February 29 is Rare Disease Day; See how this PWCS family is affected by a rare disease
Posted on 02/24/2020
Graphic: Rare Disease Day is February 29, 2020

The Prince William County School Board recently approved a resolution recognizing February 29, 2020, as Rare Disease Day. In recognition of Rare Disease Day, PWCS has updated and republished the following article about a passionate PWCS mom, her family, and their struggles and triumphs with one rare disease.

Jana Monaco was advocating for an accessible playground for PWCS students long before she knew it would benefit her own son, Stephen. Her two older sons, Nicholas, and Alexander, now in their 20s, attended Lake Ridge Elementary School, giving Jana an opportunity to be involved. She frequently had her then toddler, Stephen, with her during her frequent visits.

As a substitute teacher and active volunteer parent at Lake Ridge Elementary School, Jana said, “Stephen went with me all over the place in PWCS. He would try out the playground equipment. He was my tester.”

Jana said that although Stephen was a picky eater, he was a very healthy toddler. But that all changed very quickly. When Stephen was 3 ½ years old, he became very sick.

The evening after Memorial Day, Jana said she put Stephen to bed, and she believed, based on the symptoms, that Stephen had a stomach ache. When she entered Stephen’s room the next morning, she found him unresponsive in his crib.

Stephen was rushed to the hospital, where he experienced several seizures and slipped into a coma. Doctors said if Stephen survived, he would never be the same. Stephen’s condition perplexed the doctors, but after multiple tests, the Monaco’s would receive the heartbreaking news – Stephen was diagnosed with isovlaeric acidemia, a rare metabolic disorder affecting one in 250,000 people in the United States.

According to the National Organization for Rare Disorders (NORD), “isovaleric acidemia (IVA) is a type of organic acid disorder in which affected individuals have problems breaking down an amino acid called leucine from the food they eat.” Symptoms can range from very mild to life-threatening.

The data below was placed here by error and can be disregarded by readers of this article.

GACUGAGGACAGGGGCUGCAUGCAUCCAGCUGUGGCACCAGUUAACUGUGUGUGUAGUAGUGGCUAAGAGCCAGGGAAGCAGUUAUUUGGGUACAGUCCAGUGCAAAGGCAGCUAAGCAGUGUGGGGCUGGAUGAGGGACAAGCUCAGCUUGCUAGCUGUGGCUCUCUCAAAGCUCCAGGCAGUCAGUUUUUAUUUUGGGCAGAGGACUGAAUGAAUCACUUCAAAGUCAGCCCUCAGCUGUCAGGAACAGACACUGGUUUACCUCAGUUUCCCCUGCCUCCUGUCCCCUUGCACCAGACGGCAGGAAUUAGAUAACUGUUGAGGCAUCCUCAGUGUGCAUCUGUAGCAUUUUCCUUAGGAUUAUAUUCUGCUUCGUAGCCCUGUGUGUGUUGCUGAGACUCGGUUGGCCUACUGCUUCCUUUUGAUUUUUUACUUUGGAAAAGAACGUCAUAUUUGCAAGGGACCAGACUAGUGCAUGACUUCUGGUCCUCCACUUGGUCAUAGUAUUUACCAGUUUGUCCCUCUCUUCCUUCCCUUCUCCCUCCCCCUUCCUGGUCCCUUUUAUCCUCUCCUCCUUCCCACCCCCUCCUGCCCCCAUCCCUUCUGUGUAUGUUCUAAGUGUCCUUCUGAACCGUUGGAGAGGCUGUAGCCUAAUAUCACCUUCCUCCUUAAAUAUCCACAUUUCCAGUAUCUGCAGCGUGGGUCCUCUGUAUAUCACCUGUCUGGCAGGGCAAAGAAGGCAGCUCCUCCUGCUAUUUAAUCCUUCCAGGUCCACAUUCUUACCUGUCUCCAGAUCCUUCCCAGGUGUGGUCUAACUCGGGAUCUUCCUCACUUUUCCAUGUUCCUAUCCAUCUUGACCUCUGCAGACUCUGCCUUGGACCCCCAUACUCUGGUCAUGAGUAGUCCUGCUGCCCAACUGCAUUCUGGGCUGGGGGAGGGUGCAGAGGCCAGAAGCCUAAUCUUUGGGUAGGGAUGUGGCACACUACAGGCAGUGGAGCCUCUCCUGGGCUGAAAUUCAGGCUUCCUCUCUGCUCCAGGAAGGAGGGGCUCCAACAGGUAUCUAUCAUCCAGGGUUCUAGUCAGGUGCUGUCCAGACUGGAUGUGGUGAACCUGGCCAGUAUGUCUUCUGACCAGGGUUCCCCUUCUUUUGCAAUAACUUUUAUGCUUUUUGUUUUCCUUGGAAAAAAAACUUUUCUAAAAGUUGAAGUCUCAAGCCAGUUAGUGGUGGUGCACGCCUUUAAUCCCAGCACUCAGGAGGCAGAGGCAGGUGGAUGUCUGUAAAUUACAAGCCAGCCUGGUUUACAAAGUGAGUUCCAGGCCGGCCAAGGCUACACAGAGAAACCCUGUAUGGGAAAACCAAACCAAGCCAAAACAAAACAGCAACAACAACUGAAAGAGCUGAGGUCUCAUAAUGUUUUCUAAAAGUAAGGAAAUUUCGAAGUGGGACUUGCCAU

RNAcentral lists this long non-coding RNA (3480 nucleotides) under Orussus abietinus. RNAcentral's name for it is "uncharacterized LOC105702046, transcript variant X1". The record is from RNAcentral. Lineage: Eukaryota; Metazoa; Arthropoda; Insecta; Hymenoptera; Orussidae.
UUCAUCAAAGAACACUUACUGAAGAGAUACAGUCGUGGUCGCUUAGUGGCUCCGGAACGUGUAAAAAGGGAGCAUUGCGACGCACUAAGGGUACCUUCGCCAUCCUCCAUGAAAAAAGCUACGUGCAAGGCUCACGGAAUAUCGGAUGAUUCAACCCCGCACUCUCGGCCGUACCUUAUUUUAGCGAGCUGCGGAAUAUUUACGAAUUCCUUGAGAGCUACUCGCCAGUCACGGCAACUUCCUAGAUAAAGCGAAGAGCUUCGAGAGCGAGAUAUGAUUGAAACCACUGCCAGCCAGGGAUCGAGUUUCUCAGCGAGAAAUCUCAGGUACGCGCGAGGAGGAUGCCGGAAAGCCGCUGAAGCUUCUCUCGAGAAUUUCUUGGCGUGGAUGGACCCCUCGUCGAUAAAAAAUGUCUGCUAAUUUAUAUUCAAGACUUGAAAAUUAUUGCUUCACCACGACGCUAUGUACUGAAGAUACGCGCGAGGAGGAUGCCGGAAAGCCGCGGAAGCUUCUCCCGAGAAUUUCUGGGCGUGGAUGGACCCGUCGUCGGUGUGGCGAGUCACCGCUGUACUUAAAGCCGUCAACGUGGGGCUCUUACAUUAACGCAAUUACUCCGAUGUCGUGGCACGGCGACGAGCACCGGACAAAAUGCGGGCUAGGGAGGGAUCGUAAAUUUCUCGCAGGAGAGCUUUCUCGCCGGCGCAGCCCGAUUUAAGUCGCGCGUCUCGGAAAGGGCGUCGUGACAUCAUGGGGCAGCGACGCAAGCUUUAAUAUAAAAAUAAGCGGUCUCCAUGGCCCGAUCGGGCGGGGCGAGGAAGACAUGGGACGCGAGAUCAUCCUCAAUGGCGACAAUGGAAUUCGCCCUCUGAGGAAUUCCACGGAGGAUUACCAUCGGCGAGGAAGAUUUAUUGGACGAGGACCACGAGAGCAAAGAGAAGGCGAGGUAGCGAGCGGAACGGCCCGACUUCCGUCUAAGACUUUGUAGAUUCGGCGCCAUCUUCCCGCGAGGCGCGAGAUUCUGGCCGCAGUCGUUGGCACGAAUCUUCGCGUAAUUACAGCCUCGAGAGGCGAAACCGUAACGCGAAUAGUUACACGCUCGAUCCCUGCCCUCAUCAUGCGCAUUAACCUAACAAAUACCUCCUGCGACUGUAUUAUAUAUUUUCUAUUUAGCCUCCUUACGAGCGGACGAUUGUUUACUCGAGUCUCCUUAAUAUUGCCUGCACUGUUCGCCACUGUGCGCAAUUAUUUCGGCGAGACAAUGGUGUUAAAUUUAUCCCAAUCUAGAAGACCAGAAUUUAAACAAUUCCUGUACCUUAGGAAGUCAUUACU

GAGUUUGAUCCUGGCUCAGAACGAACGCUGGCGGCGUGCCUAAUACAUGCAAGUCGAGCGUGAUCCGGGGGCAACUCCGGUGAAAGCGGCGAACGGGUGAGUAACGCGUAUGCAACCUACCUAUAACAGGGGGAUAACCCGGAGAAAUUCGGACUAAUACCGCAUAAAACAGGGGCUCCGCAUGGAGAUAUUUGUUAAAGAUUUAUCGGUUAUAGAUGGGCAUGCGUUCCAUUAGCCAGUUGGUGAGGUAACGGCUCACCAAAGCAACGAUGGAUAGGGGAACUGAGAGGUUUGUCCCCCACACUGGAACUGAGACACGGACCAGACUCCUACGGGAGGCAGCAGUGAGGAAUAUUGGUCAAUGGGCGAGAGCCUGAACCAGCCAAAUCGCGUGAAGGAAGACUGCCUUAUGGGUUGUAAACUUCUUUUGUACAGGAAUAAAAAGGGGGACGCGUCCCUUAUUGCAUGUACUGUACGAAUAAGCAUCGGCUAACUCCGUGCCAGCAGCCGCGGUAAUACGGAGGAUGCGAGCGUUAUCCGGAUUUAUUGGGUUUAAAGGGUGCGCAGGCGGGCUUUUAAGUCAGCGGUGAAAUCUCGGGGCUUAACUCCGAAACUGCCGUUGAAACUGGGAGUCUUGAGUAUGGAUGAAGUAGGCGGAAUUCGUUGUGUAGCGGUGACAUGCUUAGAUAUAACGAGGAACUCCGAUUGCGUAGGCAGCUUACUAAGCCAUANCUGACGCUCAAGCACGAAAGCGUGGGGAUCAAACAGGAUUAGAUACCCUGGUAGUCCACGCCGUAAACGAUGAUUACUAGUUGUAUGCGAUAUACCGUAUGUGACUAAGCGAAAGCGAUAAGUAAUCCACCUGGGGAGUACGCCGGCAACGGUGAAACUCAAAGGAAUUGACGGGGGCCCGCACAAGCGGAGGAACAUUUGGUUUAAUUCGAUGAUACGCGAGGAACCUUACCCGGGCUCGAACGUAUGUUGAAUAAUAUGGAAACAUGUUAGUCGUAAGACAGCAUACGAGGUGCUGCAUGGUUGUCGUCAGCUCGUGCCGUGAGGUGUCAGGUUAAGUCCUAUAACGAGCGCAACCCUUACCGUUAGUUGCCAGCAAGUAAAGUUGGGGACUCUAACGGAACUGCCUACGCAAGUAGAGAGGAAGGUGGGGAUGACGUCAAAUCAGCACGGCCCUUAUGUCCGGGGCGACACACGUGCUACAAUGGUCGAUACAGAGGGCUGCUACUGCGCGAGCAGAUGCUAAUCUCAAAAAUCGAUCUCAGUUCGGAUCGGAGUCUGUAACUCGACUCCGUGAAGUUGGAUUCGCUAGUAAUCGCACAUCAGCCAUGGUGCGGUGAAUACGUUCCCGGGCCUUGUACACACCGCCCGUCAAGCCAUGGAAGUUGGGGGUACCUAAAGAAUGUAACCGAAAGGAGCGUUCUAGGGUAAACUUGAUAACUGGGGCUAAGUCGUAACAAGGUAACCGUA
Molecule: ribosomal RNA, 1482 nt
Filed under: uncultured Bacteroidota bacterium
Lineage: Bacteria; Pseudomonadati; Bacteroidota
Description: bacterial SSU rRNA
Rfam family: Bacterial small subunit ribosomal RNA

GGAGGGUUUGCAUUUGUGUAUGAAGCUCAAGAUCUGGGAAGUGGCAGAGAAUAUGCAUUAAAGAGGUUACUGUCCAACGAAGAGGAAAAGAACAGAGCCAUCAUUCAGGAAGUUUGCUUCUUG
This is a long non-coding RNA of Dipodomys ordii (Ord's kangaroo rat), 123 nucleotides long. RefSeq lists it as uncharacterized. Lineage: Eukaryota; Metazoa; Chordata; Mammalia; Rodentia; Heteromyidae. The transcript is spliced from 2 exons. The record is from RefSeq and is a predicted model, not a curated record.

In Stephen’s case, IVA caused brain damage, confining him to a wheelchair. Jana praised the support of the Lake Ridge Elementary School community while the family experienced this very difficult time. She said they provided meals and encouragement.

More devasting than Stephen’s diagnosis is the fact that his symptoms and subsequent serious health issues could have been prevented by a newborn screening tool. Not long after Stephen’s diagnosis, Jana learned she was pregnant. At that time, she learned that both she and her husband Tom carried the gene that could cause the illness in their new baby.

Armed with critical information, they prepared for their baby girl’s arrival by planning an in utero screening. Their new daughter, Caroline, also had IVA, but because they were able to begin treatment immediately, “Caroline is a child growing up and thriving with this condition,” Jana said. Caroline attended Lake Ridge Elementary and Lake Ridge Middle School, and began her junior year at Woodbridge High School last fall. She loves horseback riding.

After Caroline was born, Jana made it her personal mission to ensure other families were spared from the preventable and unfathomable situation her family endured. She began to lobby for the expansion of newborn screenings to include IVA.

“A baby’s fate was determined by the state they live in,” she said. “When Stephen got sick, this all came to the forefront.”

In 2005, Jana shared her family’s story and convinced a state delegate to sponsor a bill, which was later signed by Governor Mark Warner, expanding the number of conditions for which newborns are screened from 9 to 29 in Virginia.

Jana also served for nearly six years as a member of the Advisory Committee on Heritable Disorders in Newborns and Children, which is a federal advisory committee in the Health and Human Services Administration. This Committee recommends to states that every newborn screening program include a Uniform Screening Panel that screens for 35 core disorders and 26 secondary disorders. Her advocacy work also contributed to the passage of the Newborn Screenings Saves Lives Act, which was signed into law in 2008.

For more than 10 years, Jana has served on the Children’s National Health System Patient and Family Advisory Council, where she advocates for all patients and families, while she continues to fight for improved newborn screening policies. She is also the Virginia Volunteer State Ambassador for the NORD Rare Action Network advocating for those with rare diseases.

When Stephen turned 18 in 2015, the family celebrated with the Annual Stephen Monaco Charity Golf and Dinner Event to benefit the Rare Disease Institute of the Children’s National Health System. The 5th Annual Stephen Monaco Charity Golf and Dinner Event was held held on Oct. 25, at Old Hickory Golf Course in Woodbridge.

Jana said that due to her husband’s job, she has had the ability to stay home and take care of Stephen, in addition to advocating on behalf of people with rare diseases.

“Our family has been able to take care of him and we have great friends and a support network,” she said.

Jana said Stephen, who is now 22, has taught her family that “every day is a gift.”

Rare Disease Day is February 29, 2020. Learn more on NORD.

Monaco Family at Christmas time